Christchurch District Court Judge Stephen O'Driscoll said that when questioned about the video, Arps had described it as "awesome" and had shown no empathy toward the victims. The judge said Arps had strong and unrepentant views about the Muslim community and had, in effect, committed a hate crime. The judge said Arps had compared himself to Rudolf Hess, a Nazi leader under Adolf Hitler.
"Your offending glorifies and encourages the mass murder carried out under the pretext of religious and racial hatred," the judge said. O'Driscoll said Arps had sent the video to 30 associates. The judge said Arps also asked somebody to insert crosshairs and include a kill count in order to create an internet meme, although there was no evidence he'd shared the meme.
Under New Zealand laws aimed at preventing the distribution of objectionable material, Arps faced up to 14 years imprisonment on each count. In other cases, at least five other people were also charged with illegally sharing the shooting video. An 18-year-old was jailed in March while the others weren't kept in custody. The teen is accused of sharing the video and an image of the Al Noor mosque with the words "target acquired." He is next due to appear in court on July 31.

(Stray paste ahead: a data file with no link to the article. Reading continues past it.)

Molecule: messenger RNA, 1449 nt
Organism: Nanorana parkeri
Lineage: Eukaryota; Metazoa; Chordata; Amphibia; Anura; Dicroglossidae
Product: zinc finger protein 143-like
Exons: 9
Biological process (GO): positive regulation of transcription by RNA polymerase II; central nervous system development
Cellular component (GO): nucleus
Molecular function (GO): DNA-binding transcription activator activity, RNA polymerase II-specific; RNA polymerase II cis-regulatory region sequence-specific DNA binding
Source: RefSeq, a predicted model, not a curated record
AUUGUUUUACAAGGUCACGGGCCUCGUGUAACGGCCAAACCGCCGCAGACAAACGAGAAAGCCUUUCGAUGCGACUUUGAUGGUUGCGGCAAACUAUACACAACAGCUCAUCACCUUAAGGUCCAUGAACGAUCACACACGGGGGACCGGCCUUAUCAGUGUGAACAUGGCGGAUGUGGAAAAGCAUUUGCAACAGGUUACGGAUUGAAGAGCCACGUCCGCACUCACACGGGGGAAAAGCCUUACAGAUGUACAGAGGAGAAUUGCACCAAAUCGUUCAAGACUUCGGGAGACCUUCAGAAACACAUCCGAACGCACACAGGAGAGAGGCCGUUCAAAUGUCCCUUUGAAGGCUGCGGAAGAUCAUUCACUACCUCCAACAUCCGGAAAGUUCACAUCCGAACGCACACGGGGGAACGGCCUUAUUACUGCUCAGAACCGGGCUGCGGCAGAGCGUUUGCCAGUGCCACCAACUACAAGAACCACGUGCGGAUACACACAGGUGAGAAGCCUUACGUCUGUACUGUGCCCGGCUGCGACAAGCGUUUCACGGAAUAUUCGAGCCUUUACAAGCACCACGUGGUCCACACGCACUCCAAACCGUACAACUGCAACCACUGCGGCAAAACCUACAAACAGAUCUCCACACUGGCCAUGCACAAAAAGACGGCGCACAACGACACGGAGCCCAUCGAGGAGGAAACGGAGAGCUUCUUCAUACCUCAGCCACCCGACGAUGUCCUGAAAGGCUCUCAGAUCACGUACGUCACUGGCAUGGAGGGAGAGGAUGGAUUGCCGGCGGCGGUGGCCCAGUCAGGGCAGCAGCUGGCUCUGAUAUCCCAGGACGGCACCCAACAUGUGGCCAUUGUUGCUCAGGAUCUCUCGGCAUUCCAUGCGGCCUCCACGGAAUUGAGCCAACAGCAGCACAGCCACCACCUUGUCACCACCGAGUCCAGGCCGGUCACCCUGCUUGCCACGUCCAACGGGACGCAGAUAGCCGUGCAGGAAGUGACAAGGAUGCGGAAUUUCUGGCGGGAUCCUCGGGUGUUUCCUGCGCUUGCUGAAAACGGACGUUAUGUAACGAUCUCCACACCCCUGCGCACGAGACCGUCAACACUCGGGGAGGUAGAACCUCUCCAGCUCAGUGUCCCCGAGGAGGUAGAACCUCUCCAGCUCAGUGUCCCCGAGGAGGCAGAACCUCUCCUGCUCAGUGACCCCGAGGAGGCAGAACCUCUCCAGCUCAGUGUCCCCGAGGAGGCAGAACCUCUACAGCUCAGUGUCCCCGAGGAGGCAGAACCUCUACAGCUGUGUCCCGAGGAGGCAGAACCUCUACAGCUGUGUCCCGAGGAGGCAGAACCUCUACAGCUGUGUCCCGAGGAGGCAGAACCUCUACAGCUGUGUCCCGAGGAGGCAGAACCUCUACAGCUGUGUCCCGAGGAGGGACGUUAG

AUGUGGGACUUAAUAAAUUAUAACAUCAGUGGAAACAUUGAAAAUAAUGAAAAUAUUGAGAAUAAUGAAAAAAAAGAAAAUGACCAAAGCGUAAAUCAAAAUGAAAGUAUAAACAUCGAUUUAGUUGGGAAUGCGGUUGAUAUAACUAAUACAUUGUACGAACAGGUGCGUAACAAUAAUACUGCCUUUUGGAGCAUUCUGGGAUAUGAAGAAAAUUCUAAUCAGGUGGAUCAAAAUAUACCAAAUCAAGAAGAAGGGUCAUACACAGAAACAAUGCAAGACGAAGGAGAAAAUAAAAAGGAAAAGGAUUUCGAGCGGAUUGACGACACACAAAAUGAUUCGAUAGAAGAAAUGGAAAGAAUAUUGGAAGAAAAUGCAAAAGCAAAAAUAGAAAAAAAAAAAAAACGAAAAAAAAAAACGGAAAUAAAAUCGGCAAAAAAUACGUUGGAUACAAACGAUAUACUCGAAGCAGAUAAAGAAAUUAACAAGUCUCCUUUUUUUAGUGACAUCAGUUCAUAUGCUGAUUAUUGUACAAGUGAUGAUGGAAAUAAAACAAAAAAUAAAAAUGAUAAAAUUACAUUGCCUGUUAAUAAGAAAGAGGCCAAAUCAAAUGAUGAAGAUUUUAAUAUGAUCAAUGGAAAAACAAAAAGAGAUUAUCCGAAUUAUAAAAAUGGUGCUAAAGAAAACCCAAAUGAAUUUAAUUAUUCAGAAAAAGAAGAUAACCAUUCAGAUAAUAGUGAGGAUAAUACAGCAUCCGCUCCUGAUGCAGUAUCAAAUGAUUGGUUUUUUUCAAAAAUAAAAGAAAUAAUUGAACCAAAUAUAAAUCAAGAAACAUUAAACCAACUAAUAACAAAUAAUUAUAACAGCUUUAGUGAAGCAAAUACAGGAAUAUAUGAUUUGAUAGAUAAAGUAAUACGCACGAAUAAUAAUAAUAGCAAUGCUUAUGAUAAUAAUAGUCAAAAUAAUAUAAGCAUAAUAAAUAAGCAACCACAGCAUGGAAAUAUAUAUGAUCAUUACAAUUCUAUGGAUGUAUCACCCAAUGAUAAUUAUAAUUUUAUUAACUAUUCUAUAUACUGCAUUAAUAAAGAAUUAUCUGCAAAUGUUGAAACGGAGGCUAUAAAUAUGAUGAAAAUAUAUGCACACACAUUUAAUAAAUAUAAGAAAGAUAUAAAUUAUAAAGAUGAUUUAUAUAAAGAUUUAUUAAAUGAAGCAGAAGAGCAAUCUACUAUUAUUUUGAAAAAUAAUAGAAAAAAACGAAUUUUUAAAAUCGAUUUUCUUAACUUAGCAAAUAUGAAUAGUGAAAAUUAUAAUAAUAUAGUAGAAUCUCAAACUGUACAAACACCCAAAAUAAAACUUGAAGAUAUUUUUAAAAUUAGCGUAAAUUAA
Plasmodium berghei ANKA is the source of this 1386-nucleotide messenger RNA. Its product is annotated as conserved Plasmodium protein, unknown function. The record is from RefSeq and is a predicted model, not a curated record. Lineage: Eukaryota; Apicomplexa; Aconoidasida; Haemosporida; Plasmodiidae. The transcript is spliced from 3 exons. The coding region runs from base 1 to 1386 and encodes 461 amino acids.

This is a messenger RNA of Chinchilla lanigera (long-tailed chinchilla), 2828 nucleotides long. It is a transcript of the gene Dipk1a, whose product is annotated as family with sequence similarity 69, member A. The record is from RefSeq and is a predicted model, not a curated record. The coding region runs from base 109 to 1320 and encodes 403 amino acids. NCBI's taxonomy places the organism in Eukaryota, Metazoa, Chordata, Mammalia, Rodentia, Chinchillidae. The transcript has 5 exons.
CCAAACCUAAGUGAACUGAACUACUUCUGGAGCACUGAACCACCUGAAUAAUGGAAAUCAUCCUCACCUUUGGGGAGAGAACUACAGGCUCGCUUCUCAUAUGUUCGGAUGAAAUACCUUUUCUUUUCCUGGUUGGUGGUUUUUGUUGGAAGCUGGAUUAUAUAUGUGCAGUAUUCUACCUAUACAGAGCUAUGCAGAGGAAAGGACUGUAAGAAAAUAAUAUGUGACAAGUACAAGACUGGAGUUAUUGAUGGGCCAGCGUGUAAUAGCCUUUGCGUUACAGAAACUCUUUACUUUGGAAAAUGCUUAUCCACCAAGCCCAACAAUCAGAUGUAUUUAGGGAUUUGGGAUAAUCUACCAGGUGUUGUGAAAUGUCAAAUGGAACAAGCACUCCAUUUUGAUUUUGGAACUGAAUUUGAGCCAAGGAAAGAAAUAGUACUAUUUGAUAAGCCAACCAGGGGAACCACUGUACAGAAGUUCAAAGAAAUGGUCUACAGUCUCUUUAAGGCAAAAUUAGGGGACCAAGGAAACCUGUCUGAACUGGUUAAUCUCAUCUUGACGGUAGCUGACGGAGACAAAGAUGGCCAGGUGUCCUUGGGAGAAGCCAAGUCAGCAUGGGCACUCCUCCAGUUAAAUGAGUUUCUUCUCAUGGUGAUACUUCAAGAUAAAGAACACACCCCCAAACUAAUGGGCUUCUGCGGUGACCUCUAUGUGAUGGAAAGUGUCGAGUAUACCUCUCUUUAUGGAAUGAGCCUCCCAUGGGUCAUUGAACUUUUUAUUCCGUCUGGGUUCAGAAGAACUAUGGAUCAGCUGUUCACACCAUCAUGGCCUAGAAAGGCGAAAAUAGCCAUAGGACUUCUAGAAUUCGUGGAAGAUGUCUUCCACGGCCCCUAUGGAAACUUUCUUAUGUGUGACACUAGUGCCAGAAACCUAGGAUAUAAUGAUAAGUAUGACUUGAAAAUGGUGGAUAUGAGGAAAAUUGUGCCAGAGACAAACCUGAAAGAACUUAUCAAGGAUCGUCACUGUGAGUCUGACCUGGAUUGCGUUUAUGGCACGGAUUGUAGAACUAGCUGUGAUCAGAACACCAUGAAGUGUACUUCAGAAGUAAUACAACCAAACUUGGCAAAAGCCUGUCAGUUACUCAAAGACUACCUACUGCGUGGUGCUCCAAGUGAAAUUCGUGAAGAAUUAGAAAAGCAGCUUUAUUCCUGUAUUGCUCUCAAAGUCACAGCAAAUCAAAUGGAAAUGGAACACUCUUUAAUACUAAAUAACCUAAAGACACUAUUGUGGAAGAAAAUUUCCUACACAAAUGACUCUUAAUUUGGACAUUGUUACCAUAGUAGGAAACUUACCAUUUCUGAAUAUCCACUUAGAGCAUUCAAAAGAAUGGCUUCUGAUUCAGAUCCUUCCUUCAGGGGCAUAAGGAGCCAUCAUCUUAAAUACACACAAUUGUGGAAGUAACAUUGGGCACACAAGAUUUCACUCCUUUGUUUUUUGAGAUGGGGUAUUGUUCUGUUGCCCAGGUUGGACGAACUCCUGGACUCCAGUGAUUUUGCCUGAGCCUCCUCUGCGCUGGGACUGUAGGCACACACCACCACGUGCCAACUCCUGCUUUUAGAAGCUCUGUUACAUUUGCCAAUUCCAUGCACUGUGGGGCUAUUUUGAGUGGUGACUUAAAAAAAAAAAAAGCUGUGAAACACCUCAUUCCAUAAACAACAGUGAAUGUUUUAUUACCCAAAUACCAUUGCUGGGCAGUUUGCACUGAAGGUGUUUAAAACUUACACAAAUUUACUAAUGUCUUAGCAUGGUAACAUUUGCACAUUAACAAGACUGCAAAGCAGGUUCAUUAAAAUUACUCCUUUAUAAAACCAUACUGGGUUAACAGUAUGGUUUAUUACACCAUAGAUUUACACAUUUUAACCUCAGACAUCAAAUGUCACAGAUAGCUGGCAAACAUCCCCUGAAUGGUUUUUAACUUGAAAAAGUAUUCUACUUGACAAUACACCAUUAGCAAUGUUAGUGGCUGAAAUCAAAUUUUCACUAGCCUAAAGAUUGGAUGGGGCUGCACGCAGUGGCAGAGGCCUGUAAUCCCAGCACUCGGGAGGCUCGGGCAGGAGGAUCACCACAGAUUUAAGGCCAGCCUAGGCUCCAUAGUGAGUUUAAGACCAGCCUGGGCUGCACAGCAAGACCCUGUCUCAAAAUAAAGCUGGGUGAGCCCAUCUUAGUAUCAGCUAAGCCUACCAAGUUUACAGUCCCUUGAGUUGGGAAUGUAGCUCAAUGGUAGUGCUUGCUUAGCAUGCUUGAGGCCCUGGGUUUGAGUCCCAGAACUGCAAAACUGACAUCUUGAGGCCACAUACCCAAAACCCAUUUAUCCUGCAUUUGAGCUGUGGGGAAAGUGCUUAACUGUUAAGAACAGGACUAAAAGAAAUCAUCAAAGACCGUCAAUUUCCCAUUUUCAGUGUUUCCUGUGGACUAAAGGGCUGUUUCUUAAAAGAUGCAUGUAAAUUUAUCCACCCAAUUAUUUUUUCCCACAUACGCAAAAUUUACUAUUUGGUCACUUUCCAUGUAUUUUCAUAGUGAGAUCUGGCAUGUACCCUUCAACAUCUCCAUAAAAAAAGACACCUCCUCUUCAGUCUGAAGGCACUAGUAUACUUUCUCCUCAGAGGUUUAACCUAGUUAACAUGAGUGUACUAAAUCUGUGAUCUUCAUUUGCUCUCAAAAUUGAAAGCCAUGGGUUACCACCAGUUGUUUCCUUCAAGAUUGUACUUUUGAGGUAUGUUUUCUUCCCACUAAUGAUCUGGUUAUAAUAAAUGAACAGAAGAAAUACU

The judge said Arps had argued he had a right to distribute the video under the banner of freedom to pursue his political beliefs. Arps' lawyer Anselm Williams told the judge that Arps should not be sent to prison.
"It's my submission that this court needs to be very careful to sentence Mr. Arps based on what it is that he has actually done, and what he accepts he has done, not on the basis of the views that he holds," Williams said.
After the hearing, Williams said Arps had filed an appeal against his sentence at the High Court, but declined to comment further. Australian Brenton Tarrant, 28, last week pleaded not guilty to 51 counts of murder, 40 counts of attempted murder and one count of terrorism in the mosque shooting case. His trial has been scheduled for next May.
New Zealand's Prime Minister Jacinda Ardern has helped lead a global pledge named the "Christchurch Call," aimed at boosting efforts to keep internet platforms from being used to spread hate, organize extremist groups and broadcast attacks. New Zealand has also tightened its gun laws and banned certain types of semi-automatic weapons since the attack.